Binding and Configuring CVMs

Last updated: 2020-04-01 16:08:49

PDF

Binding a CVM

  1. Log in to Virtual Private Cloud Console.

  2. Click ENI in the left sidebar to enter the ENI list page.

  3. Find the row of the ENI to be bound and configured. Then, click Bind CVM in the Actions column.

    Only CVMs in the same availability zone as the ENI are supported.

  4. In the pop-up window, select the CVM to be bound and click OK to complete the binding.

Configuring a CVM

Configuration procedure in Linux

The following procedure uses CentOS 7 or later as an example.

  1. Log in to the CVM as an admin, and run the following command:

    cd /etc/sysconfig/network-scripts/
  2. Create the configuration file ifcfg-eth1 for the new ENI:

    1. Enter the command:
      cp ifcfg-eth0 ifcfg-eth1
    2. Enter the command to modify the configuration file:
      vim ifcfg-eth1
    3. Press i to switch to the editing mode and modify the content of the configuration file as follows:
      DEVICE='eth1'
      NM_CONTROLLED='yes'
      ONBOOT='yes'
      IPADDR='192.168.1.62'  # Enter the actual IP address on the ENI.
      NETMASK='255.255.255.192'  #Enter the actual subnet mask
      #GATEWAY='192.168.1.1'  #Enter the actual gateway; Eth0 file has defined the gateway and to avoid conflict, there is no need to enter the gateway here

      For the methods to view the IP address and subnet mask on the ENI, see the Appendix.

      1. Save the modified configuration file and exit (to do this, press Esc when you come to the last line of vim, enter "wq!", and then press Enter.)
  3. Restart network service
    Run the following command:

    systemctl restart network
  4. Check and verify IP configuration

    1. Run the following command to check the IP address:
      ip addr
    2. Verify whether the secondary ENI and the IP on it are visible. Refer to the figure below:
  5. Configure the routing based on actual needs
    After the preceding configuration, the Linux image still sends packets from the primary ENI by default. In this case, you can configure policy-based routing to specify the ENI through which packets are sent and returned.

    1. Create two routing tables.
      echo "10 t1" >> /etc/iproute2/rt_tables
      echo "20 t2" >> /etc/iproute2/rt_tables
    2. Add default routing for two routing tables
      ip route add default dev eth0 via 192.168.1.1 table 10
      ip route add default dev eth1 via 192.168.1.1 table 20

      In the preceding two commands, the former 192.168.1.1 needs to be replaced with the IP address of the gateway of the subnet where the primary ENI resides, and the latter 192.168.1.1 needs to be replaced with the IP address of the gateway of the subnet where the secondary ENI resides. For details on gateways, see Viewing Gateways.

      1. Configure policy-based routing
      ip rule add from 192.168.1.5 table 10
      ip rule add from 192.168.1.62 table 20
      • IPs in the above two commands should be replaced with IP on the primary ENI and that on the secondary ENI.
      • So far, you have finished the configuration. Then, you can use a CVM in the same subnet to ping the private address. If the pinging succeeds, the configuration succeeded. If no other CVM exists, for verification, you can bind the private IP address of the secondary ENI to a public IP address and then ping the public IP address.
      • The routes need to be reconfigured after network restart.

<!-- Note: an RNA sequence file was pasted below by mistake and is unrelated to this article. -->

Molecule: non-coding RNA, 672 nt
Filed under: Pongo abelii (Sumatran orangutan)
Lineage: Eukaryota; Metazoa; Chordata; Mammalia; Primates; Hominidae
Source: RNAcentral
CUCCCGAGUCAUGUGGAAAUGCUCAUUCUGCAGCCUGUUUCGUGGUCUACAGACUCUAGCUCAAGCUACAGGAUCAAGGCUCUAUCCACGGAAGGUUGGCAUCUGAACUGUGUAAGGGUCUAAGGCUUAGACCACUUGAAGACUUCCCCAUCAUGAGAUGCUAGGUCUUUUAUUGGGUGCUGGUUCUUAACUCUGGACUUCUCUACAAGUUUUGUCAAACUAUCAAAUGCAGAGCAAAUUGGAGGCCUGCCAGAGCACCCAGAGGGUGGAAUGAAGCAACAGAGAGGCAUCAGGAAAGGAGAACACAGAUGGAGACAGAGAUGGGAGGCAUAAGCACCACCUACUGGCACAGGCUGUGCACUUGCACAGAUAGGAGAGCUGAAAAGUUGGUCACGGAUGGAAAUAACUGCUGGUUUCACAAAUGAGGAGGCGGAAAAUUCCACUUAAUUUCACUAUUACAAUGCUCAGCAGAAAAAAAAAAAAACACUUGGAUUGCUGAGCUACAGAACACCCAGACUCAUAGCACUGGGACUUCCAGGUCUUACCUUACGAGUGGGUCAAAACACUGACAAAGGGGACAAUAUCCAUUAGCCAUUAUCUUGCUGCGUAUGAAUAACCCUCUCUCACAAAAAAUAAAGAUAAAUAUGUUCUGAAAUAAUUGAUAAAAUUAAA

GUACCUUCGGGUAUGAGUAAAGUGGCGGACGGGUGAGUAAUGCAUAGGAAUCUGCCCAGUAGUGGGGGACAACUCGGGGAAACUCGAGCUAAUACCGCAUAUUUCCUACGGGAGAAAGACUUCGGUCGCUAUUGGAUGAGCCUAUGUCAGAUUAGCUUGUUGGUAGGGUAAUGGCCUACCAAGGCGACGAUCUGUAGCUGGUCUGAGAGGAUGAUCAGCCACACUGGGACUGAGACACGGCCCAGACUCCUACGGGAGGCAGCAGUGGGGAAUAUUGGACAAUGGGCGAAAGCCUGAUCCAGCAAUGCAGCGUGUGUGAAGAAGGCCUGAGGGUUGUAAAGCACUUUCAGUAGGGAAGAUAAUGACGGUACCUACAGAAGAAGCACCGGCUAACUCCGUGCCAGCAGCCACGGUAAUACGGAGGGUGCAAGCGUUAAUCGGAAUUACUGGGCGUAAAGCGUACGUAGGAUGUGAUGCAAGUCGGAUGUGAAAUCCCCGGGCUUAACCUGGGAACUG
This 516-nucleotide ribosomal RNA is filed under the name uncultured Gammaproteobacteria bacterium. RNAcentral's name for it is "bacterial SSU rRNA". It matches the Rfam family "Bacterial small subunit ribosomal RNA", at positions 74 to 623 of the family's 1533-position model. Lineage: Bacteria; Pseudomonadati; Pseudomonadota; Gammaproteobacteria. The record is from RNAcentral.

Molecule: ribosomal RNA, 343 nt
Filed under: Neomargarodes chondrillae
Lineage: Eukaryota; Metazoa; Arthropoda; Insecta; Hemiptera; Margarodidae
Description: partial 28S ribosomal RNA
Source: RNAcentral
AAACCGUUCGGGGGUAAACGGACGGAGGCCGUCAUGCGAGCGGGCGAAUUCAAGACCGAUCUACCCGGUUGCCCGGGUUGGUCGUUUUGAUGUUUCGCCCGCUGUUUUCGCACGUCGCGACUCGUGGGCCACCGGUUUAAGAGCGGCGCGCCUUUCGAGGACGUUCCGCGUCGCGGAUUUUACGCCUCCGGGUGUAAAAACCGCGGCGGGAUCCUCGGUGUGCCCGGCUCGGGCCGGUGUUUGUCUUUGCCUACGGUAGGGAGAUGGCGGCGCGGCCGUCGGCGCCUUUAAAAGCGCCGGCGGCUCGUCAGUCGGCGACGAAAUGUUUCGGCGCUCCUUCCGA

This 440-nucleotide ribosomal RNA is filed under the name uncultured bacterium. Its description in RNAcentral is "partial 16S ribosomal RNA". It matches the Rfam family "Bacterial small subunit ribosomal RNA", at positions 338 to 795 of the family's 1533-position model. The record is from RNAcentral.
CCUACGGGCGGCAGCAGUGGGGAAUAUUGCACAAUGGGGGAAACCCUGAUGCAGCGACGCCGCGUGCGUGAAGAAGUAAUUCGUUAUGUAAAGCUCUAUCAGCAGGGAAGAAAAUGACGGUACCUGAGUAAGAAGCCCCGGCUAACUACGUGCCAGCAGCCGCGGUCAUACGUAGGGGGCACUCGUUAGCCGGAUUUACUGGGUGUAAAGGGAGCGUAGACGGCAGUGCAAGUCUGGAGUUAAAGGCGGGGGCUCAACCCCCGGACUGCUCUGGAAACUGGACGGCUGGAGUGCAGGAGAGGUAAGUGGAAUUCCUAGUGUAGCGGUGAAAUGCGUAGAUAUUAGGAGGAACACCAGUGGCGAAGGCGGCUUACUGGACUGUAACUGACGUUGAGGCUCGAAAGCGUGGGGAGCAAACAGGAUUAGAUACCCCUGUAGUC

Configuration Steps in Windows

  • Case one: If DHCP is set in Windows, the secondary ENI and the IP on it can be recognized without any further configuration.

  • Case two: If DHCP is not set in Windows, you need to configure the private IP in the operating system. The steps are as follows:

    1. Log in to the Tencent Cloud console, and bind the ENI to a CVM.
    2. In the operating system, manually enter the actual IP information.
  1. View manually entered IP.
  2. Use CVM of the same subnet to ping the private address. If ping test succeeds, the configuration is successful. If there is no other CVM, you can bind the private IP of the secondary ENI to a public IP, then ping the public IP to verify.

Appendix

Viewing the IP address on an ENI

  1. Log in to Virtual Private Cloud Console.
  2. Click ENI in the left sidebar to enter the ENI list page.
  3. Click the ID of the target ENI to go to the details page.
  4. Click the IPv4 Address Management tab to view the IP address on the ENI, which is a private IP address.

Viewing the subnet mask on an ENI

  1. Log in to Virtual Private Cloud Console.
  2. Click ENI in the left sidebar to enter the ENI list page.
  3. Click the ID of the target ENI to go to the details page, where you can view the subnet mask on the ENI.
    As shown in the following figure, the CIDR bits of the subnet is /20, which means that the subnet mask of the ENI is 255.255.240.0.

The relationship between the CIDR bits and the subnet mask is described in the following table:

CIDR Bits Subnet Mask
/28 255.255.255.240
/27 255.255.255.224
/26 255.255.255.192
/25 255.255.255.128
/24 255.255.255.0
/23 255.255.254.0
/22 255.255.252.0
/21 255.255.248.0
/20 255.255.240.0
/19 255.255.224.0
/18 255.255.192.0
/17 255.255.128.0
/16 255.255.0.0

Viewing the gateway

If you have not modified any other settings, the IP address of the gateway is the first one in the subnet IP range. For example, if the subnet IP range is 192.168.0.0/24, the IP address of the gateway is 192.168.0.1.
If you are not sure about the subnet IP range of the ENI, do as follows:

  1. Log in to Virtual Private Cloud Console.
  2. Click ENI in the left sidebar to enter the ENI list page.
  3. Click the ID of the target ENI to go to the details page, where you can view the subnet where the ENI resides. As shown in the figure below, the first IP address in the subnet IP range is 10.200.16.17.